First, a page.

2. Making the markets regime more consumer-focused and powerful – the CMA proposes to align the two phases of the current market study regime: a phase 1 market study can investigate matters which “adversely affect the interests of consumers”, but a phase 2 market investigation is limited to identifying “adverse effects on competition”. The CMA’s proposals seek to:

  • align the scope of phase II investigations with market studies, meaning that the CMA can impose remedies where consumer detriment is identified (but no adverse effect on competition);
  • strengthen enforcement powers by granting the CMA the power to impose fines where firms breach binding undertakings; and
  • grant the CMA the power to impose interim measures, requiring a change in business practices across the market, pending completion of a market investigation. The use of such powers by the CMA is likely to be subject to judicial scrutiny, as businesses may consider that they are impeded for carrying out legitimate business activities  based on a provisonal anaylsis.

3. Mandatory merger control for certain ‘large’ mergers – the CMA sees the UK’s current, voluntary, merger regime as a potential weakness post-Brexit. To address the concern that UK-specific remedies for a competition problem wouldn’t be possible, the CMA has proposed a major shift to the UK’s merger regime which would involve a mix of both mandatory and voluntary notifications – all deals over a certain threshold should be notified to the CMA while deals below this threshold would remain subject to the voluntary regime. This is likely to further increase the number of transactions reviewed as deals, unlikely to raise competition concerns but which exceed the relevant threshold, will be notified.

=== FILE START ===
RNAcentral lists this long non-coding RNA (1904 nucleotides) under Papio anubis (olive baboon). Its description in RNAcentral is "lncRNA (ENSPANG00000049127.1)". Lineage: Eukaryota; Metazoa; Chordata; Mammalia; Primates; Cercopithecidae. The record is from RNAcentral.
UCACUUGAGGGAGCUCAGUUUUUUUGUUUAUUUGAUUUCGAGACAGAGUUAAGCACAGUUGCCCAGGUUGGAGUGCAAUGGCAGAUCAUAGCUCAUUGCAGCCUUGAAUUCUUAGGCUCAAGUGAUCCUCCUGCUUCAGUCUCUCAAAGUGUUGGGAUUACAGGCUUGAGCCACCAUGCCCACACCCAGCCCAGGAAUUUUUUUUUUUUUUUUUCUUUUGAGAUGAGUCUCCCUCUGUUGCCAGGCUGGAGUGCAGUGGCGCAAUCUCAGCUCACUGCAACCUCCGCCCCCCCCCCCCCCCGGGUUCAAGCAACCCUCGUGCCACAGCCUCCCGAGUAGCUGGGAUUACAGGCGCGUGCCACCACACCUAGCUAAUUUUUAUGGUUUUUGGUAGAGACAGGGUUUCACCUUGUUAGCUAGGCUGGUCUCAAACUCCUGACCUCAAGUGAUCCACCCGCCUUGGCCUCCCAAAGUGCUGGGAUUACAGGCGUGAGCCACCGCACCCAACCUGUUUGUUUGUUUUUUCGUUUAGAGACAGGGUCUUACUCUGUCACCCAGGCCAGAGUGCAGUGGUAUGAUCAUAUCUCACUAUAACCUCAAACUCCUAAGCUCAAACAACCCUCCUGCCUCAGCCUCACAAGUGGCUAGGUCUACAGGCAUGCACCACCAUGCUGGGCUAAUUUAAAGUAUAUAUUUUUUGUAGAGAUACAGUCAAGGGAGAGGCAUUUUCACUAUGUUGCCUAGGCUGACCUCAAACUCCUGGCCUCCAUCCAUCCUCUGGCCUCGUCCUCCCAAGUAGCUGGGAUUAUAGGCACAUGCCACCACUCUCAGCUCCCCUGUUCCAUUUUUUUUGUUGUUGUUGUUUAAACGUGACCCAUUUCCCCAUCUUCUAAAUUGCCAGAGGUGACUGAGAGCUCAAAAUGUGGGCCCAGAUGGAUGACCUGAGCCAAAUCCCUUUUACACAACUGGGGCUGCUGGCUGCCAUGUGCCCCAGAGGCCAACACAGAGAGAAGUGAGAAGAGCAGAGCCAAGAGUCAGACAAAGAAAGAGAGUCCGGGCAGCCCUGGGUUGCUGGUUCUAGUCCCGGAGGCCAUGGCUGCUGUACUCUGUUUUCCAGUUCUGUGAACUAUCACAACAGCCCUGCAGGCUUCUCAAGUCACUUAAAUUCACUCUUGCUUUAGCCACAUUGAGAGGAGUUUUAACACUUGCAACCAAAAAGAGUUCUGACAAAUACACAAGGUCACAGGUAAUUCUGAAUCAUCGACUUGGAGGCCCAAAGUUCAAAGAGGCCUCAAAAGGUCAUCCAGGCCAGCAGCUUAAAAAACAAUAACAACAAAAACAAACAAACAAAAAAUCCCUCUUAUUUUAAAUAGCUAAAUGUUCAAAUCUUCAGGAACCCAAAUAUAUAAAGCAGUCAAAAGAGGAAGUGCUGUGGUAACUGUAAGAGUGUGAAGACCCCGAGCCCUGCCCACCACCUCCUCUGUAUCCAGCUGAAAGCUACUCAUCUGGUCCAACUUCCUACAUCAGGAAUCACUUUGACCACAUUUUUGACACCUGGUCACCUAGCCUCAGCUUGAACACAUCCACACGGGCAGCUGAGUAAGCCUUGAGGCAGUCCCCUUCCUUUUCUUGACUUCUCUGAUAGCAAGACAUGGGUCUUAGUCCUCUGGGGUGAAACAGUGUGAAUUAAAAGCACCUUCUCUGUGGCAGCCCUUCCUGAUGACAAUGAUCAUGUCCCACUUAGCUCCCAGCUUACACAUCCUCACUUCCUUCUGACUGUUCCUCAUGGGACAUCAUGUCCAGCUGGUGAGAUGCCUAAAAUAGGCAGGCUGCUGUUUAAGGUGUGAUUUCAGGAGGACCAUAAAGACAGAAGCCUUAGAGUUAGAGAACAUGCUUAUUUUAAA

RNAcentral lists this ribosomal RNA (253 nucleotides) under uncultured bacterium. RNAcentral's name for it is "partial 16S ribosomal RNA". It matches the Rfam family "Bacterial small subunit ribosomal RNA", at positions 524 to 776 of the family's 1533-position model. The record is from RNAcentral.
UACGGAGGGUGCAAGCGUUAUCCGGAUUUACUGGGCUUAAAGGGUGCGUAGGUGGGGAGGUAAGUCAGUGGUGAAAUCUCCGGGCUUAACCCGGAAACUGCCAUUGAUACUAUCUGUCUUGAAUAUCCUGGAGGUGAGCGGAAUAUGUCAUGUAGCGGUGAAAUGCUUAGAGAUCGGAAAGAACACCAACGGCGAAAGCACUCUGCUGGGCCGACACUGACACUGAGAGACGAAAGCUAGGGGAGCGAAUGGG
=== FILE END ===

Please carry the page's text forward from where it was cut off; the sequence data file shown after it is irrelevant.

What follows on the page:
4. Enhancements to the CMA’s consumer protection and enforcement powers to align better with competition enforcement – the CMA’s consumer enforcement powers require it to seek court approval for civil and criminal sanctions. The CMA wants to change the regime to provide it with the power to impose civil fines for infringements of consumer law. More generally, the CMA has been more heavily using its consumer law powers in recent years, carrying out consumer enforcement investigations into sectors including online gambling, social media influencers, online travel agents, and secondary ticketing websites.